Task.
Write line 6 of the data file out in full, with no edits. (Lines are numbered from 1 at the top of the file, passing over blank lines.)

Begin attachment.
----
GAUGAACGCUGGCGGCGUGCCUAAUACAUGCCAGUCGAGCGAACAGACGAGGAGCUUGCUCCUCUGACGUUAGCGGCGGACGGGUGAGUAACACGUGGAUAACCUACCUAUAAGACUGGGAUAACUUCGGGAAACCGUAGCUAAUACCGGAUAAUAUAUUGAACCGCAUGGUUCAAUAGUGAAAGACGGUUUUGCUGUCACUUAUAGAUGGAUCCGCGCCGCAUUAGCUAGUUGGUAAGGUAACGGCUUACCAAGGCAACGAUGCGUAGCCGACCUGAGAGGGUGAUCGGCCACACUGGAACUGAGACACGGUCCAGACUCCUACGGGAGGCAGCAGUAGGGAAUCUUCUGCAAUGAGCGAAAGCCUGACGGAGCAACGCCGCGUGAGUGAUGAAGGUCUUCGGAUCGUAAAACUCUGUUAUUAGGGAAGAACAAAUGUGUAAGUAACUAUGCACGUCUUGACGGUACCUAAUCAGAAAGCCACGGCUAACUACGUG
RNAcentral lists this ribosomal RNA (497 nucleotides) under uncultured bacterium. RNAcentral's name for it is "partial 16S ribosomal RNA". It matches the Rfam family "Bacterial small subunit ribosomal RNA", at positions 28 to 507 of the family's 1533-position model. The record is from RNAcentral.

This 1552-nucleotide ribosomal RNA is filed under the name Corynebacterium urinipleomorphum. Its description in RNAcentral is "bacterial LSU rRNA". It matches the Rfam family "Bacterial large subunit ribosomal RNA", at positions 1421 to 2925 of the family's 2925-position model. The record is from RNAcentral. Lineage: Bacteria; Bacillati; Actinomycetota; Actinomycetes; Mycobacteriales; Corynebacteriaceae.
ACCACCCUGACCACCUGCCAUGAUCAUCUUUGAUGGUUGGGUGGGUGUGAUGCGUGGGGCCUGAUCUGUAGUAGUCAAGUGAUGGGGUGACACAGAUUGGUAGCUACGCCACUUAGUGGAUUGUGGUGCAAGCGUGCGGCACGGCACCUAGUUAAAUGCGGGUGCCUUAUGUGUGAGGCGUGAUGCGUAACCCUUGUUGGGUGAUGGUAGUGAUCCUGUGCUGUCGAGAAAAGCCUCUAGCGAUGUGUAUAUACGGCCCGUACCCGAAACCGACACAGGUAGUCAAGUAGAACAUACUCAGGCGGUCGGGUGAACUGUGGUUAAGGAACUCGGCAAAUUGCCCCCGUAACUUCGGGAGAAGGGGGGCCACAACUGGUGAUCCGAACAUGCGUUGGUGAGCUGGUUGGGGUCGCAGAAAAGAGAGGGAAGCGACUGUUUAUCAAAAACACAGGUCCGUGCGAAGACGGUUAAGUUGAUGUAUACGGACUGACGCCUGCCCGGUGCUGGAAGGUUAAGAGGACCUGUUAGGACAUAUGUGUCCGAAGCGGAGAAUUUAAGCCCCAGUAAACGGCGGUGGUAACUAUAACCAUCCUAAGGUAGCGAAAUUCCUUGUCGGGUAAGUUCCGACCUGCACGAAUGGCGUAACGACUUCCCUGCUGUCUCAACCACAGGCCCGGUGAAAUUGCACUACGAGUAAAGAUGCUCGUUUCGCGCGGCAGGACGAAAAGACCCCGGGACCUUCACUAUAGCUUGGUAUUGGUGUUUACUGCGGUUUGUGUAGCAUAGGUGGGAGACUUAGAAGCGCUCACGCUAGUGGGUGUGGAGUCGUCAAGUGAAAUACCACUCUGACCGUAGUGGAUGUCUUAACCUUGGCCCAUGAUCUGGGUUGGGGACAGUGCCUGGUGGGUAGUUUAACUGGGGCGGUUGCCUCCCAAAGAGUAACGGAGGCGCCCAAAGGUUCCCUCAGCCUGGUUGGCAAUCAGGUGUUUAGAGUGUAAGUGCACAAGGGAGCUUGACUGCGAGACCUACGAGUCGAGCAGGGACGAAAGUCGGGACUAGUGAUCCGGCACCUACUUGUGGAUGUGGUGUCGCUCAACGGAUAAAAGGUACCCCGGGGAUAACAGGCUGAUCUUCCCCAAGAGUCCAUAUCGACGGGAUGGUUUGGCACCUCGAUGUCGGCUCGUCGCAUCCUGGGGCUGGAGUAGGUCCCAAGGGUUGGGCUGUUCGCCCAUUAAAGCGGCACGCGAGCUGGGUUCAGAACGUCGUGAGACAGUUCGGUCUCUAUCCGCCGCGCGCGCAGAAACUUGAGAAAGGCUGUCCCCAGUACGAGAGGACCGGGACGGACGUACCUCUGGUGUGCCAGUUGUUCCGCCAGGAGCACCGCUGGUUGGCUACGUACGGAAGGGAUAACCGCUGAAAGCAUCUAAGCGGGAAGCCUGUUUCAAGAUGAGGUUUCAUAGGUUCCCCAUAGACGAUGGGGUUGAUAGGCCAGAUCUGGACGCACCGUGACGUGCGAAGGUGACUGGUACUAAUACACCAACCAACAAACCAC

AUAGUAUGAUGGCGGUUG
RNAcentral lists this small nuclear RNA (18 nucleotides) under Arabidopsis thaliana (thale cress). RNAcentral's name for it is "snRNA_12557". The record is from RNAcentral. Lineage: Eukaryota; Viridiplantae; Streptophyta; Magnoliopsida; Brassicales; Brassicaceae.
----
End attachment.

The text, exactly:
RNAcentral lists this small nuclear RNA (18 nucleotides) under Arabidopsis thaliana (thale cress). RNAcentral's name for it is "snRNA_12557". The record is from RNAcentral. Lineage: Eukaryota; Viridiplantae; Streptophyta; Magnoliopsida; Brassicales; Brassicaceae.